In the wake of the COVID-19 pandemic, colleges and universities across the country are coming to grips with two facts: One, the majority of students are eager to return to campus in Fall 2020, strongly preferring the in-person experience over online classes.
And two, Coronavirus has thrust campus facilities management into a bright spotlight. Students, staff, and entire communities want to know that Higher Ed administrators have an integrated disinfection plan to mitigate the spread of disease and create a safe path forward for reopening campus.
Campus Readiness in 2020
From dormitories to dining halls, labs to lecture halls, every campus space now has to be viewed through the lens of Coronavirus. It’s complex, to say the least – and there’s a lot at stake. First and foremost is the health and safety of every person on campus. There’s the financial impact of COVID-19, and the heavy toll an outbreak and second shutdown could have. We also know administrators are worried about potential effects on enrollment and keeping the confidence of the community.
With the right plan, however, returning to campus this Fall is possible. We believe the best way colleges can reopen confidently is with an integrated disinfection plan tailored to their particular campus environments. Here are three key steps Higher Education institutions should take before finalizing a strategy for Fall 2020.
Reopening Campus, Step One: Plan for Prevention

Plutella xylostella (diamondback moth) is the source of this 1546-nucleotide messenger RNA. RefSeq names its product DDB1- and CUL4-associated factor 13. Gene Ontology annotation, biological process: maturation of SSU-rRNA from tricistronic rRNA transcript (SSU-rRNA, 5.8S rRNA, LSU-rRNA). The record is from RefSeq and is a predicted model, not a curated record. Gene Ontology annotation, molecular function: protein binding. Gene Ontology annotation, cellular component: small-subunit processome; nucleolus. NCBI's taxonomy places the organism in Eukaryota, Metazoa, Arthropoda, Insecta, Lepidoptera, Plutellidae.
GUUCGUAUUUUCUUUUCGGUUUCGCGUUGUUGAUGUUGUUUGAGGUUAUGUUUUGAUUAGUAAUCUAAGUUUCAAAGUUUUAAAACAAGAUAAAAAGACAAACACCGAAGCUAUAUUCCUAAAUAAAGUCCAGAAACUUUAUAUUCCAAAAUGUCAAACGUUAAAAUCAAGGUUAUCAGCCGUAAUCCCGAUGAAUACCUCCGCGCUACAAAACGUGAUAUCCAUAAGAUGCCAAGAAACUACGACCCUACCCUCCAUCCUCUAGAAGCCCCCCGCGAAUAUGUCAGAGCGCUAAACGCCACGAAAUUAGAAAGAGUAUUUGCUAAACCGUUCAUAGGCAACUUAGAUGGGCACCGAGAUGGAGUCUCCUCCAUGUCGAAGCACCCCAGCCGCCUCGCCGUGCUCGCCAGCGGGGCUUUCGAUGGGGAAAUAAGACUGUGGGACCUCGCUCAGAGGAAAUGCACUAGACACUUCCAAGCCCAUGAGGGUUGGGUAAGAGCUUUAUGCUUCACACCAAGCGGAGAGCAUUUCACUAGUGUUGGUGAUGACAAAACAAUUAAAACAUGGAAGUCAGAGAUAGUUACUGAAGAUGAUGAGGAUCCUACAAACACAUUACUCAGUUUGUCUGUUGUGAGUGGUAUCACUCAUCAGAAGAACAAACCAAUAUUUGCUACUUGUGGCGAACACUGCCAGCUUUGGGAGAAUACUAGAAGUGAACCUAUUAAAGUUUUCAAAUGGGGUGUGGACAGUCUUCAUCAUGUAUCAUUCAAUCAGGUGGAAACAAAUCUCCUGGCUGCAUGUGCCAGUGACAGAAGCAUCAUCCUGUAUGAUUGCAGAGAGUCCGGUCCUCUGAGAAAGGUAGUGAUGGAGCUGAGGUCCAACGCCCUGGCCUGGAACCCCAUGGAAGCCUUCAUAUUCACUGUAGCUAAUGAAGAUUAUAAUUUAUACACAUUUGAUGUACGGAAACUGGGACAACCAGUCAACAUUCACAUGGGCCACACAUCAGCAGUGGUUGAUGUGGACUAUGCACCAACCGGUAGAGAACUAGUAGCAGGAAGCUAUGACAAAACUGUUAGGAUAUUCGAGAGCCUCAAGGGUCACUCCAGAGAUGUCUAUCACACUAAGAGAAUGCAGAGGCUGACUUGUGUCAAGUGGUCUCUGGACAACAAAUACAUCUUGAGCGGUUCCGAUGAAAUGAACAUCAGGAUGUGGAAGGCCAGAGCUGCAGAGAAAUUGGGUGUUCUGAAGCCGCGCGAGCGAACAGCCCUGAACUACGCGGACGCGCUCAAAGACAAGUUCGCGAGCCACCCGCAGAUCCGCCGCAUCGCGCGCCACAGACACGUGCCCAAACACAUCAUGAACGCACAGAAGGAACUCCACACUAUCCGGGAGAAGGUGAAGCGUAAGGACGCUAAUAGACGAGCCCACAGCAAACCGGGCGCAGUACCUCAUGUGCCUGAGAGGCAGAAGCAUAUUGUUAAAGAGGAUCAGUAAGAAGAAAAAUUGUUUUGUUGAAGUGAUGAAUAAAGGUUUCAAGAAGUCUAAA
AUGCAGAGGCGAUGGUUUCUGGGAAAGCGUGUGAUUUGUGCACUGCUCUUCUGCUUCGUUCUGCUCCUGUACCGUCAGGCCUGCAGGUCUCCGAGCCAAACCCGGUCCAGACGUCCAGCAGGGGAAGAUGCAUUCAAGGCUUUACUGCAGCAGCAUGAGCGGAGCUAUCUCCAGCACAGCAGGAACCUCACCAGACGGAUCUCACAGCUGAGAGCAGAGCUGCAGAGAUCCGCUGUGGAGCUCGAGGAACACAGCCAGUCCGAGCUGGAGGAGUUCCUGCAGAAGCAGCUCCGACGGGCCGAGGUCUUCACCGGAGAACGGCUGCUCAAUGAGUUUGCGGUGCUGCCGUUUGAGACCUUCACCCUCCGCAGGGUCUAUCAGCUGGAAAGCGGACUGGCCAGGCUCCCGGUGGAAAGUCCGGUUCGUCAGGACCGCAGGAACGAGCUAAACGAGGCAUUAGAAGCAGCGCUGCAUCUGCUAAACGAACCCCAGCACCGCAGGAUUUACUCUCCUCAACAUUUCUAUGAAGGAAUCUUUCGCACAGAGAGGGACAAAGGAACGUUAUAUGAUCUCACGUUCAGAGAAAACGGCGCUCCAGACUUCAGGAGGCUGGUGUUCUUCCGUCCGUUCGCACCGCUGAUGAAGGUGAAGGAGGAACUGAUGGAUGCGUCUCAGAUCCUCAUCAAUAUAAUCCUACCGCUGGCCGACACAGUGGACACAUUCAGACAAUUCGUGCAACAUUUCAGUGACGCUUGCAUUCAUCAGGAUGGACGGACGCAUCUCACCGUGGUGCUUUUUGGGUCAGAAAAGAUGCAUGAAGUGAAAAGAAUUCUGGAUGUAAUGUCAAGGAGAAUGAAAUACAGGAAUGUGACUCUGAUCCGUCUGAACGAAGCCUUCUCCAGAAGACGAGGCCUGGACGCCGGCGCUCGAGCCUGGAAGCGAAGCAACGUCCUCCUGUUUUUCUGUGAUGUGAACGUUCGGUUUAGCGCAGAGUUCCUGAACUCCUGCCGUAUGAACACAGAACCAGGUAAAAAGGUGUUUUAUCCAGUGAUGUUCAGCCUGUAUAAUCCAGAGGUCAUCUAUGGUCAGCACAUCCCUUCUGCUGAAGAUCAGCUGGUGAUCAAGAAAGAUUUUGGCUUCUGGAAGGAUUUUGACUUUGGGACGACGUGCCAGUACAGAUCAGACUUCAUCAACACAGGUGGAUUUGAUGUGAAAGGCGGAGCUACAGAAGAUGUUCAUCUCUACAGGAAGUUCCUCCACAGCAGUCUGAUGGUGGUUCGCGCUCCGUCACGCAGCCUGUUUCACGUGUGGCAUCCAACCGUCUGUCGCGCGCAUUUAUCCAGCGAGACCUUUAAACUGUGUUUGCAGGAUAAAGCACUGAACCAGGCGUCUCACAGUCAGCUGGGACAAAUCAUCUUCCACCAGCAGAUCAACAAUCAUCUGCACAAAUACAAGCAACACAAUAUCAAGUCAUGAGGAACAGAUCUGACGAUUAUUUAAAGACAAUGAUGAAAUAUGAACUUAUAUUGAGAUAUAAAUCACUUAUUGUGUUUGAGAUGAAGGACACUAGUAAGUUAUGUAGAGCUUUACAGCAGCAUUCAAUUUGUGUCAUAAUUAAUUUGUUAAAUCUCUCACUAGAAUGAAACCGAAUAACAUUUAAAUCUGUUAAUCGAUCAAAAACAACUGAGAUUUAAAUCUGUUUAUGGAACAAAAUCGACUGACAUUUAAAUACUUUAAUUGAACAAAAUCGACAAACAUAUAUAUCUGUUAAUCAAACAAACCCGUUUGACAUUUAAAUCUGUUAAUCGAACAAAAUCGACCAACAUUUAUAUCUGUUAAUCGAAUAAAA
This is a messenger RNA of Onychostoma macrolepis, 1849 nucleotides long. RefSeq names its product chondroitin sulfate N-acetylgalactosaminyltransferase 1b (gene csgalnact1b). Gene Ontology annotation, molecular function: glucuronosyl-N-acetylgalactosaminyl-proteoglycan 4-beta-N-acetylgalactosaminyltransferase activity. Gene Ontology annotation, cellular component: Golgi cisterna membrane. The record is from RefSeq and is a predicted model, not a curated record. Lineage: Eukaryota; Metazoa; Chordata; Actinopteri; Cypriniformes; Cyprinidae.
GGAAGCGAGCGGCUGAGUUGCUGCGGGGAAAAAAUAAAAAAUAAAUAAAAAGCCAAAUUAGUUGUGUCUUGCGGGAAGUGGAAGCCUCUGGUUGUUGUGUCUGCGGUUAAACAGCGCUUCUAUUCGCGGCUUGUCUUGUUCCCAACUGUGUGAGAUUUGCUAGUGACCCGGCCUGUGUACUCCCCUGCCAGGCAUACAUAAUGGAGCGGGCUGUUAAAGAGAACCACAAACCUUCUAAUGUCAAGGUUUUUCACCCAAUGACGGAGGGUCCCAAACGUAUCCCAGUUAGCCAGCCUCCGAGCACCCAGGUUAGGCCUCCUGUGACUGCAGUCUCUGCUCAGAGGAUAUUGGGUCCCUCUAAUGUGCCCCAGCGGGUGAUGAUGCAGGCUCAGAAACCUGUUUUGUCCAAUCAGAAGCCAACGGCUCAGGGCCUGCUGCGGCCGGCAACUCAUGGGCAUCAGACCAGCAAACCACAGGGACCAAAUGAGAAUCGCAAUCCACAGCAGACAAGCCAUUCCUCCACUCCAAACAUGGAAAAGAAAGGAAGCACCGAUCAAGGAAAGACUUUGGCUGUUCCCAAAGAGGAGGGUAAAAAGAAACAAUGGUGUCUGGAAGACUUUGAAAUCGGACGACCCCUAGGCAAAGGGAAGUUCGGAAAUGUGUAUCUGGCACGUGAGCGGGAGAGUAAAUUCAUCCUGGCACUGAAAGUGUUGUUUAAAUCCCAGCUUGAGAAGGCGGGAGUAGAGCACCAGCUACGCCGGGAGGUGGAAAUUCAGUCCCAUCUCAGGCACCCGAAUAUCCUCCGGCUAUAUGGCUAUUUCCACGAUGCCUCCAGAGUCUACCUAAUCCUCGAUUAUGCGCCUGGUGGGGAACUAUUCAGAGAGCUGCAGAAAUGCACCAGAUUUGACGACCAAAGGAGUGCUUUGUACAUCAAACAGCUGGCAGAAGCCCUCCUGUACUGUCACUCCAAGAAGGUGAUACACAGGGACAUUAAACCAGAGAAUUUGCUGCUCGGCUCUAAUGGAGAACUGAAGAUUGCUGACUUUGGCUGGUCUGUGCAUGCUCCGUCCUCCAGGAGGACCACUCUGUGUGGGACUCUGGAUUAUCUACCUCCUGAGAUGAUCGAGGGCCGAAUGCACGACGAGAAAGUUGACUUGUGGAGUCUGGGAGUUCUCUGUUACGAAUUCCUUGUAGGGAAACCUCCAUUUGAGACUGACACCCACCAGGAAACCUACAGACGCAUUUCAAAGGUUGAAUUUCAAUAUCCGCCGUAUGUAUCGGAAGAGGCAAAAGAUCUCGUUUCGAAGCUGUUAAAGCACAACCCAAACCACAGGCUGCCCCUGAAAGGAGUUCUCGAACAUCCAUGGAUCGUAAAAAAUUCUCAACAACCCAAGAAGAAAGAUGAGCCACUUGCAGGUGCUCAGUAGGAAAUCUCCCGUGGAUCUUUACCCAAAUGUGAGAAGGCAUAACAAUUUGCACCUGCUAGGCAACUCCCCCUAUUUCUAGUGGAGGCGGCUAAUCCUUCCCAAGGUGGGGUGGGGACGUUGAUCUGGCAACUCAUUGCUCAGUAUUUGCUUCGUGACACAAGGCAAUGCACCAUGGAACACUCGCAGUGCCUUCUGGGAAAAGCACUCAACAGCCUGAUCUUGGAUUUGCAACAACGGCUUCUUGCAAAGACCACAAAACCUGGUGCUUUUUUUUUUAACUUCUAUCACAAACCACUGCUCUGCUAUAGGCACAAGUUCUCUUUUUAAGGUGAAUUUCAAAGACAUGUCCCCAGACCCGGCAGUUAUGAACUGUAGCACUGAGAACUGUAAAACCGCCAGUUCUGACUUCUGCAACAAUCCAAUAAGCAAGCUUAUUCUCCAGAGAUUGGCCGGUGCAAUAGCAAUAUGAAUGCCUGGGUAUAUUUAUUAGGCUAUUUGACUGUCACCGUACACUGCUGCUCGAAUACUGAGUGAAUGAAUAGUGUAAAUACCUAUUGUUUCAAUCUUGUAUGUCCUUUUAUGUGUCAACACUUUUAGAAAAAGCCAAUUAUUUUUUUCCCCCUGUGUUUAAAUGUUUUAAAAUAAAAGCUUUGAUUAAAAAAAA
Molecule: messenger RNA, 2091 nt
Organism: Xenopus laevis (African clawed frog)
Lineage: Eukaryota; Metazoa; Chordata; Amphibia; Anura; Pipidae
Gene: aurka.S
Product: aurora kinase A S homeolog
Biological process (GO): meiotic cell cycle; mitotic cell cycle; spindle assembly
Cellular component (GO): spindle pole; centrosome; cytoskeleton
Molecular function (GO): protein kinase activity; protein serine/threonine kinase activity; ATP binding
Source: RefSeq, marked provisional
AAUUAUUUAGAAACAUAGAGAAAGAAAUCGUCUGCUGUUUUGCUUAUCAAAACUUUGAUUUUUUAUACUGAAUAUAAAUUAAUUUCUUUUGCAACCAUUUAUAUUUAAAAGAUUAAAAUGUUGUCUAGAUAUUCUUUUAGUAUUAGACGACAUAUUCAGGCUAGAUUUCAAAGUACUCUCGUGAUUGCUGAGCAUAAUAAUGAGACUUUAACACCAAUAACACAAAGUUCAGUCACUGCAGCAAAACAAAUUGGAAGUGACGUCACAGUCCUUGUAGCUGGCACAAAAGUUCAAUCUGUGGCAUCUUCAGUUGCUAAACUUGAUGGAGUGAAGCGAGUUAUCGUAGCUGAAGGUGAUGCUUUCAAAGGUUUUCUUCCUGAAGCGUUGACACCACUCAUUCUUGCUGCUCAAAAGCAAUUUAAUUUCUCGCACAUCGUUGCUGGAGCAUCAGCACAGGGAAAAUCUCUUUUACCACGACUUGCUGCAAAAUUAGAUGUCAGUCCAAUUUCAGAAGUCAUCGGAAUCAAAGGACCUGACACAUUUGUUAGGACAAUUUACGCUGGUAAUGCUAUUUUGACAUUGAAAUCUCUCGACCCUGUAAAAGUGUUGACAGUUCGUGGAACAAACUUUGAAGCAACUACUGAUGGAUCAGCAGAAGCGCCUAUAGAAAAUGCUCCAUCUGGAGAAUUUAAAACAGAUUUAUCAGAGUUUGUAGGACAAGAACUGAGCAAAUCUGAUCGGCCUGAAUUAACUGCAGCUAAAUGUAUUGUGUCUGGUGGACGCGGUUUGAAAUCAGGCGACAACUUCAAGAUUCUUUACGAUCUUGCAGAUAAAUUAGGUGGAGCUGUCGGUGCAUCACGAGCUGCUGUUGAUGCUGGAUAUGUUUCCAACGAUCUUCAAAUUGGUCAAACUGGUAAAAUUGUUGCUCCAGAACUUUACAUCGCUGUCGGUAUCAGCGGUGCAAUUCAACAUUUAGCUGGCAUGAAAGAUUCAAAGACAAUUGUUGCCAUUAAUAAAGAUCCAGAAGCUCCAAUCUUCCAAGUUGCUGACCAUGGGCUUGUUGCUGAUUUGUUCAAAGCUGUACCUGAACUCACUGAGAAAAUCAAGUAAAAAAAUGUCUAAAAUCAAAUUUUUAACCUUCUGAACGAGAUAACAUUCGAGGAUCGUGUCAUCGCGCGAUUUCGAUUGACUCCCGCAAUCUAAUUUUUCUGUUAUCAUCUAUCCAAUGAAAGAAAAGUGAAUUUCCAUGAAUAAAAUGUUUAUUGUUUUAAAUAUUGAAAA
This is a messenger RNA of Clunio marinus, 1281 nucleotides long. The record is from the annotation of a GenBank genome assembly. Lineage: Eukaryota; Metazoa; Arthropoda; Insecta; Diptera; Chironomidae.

An effective plan to reopen campus is both proactive and reactive. By proactive, we mean your integrated disinfection plan must set clear, measurable, science-based standards for cleaning and disinfecting. It must include teams that are rigorously trained for proper use of PPE, disinfectant safety, campus-specific social distancing, COVID-19 mitigation protocols, and more.
It must also coordinate intensified cleaning and disinfection processes based on expert recommendations. For example, any integrated disinfection plan should adhere to CDC guidelines and OSHA requirements, follow industry best practices, and draw from deep, real-world expertise working with colleges and universities.
As Higher Ed prepares for the “new normal,” we’ve seen increased interest in the specialized services a facility management company provides. That’s another key element to a proactive virus mitigation plan: Choosing a facilities management partner that specializes in Higher Education and already has experience disinfecting and decontaminating campus spaces after Coronavirus exposure.
Reopening Campus, Step Two: Prepare for Emergencies
Health officials have been clear that communities are likely see an uptick in Coronavirus cases in Fall 2020, with colleges and universities as a particular concern. While the purpose of an integrated disinfection plan is to prevent the spread of disease, outside factors can result in an outbreak on campus.
This is the reactive quality we mention above, asking, in essence: How quickly and effectively can a campus space be decontaminated after a Coronavirus exposure?